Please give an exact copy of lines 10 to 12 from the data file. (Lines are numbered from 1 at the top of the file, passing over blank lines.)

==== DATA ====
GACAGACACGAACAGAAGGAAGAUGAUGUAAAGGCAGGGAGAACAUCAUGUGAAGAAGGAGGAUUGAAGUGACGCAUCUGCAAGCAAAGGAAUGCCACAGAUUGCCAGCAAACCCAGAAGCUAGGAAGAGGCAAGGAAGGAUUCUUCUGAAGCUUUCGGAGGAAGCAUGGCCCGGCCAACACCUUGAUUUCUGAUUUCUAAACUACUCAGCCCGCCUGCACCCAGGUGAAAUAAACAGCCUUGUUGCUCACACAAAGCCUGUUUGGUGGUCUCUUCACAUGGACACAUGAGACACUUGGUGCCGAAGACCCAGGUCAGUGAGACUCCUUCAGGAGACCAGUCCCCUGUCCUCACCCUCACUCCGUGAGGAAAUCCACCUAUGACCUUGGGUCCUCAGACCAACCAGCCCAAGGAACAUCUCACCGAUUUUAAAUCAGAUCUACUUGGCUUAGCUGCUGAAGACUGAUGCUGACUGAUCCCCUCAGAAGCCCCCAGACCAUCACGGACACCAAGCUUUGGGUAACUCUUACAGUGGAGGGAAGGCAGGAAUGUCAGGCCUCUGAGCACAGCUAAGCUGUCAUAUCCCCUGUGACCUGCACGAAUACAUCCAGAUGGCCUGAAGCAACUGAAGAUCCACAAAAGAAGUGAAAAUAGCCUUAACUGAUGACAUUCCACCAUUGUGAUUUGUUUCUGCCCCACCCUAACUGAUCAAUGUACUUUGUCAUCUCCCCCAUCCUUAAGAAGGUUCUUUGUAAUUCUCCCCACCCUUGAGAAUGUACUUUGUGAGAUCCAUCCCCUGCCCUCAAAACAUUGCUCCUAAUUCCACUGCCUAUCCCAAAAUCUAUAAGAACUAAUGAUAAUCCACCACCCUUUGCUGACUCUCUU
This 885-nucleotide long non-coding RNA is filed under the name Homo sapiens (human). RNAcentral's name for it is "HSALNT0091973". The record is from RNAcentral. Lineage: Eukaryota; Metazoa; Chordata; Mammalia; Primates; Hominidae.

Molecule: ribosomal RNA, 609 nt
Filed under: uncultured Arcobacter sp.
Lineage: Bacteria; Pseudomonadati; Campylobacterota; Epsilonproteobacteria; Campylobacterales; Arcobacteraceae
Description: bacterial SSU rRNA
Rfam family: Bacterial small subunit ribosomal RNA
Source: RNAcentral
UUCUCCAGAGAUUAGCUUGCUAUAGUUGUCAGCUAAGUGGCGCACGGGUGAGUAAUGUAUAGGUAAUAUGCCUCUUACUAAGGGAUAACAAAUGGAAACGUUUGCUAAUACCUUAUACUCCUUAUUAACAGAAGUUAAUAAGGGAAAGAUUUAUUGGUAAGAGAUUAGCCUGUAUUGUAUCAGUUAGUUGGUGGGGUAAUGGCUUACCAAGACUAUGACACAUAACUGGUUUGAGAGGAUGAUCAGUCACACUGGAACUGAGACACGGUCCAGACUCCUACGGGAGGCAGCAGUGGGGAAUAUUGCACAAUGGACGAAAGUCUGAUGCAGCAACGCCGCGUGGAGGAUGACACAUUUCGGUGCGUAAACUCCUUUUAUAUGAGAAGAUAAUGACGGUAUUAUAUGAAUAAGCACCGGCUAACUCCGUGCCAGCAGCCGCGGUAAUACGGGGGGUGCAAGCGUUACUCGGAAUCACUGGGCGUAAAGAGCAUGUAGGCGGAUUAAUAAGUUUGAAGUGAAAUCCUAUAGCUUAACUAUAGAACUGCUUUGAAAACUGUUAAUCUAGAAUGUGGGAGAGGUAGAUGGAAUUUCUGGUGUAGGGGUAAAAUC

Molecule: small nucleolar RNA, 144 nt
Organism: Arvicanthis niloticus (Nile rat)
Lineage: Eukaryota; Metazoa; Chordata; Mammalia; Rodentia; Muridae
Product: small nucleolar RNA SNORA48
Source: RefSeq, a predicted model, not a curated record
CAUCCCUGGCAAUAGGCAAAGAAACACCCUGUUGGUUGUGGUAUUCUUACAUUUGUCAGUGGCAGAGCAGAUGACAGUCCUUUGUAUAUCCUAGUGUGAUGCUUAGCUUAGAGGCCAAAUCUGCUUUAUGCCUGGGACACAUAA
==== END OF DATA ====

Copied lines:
Molecule: small nucleolar RNA, 144 nt
Organism: Arvicanthis niloticus (Nile rat)
Lineage: Eukaryota; Metazoa; Chordata; Mammalia; Rodentia; Muridae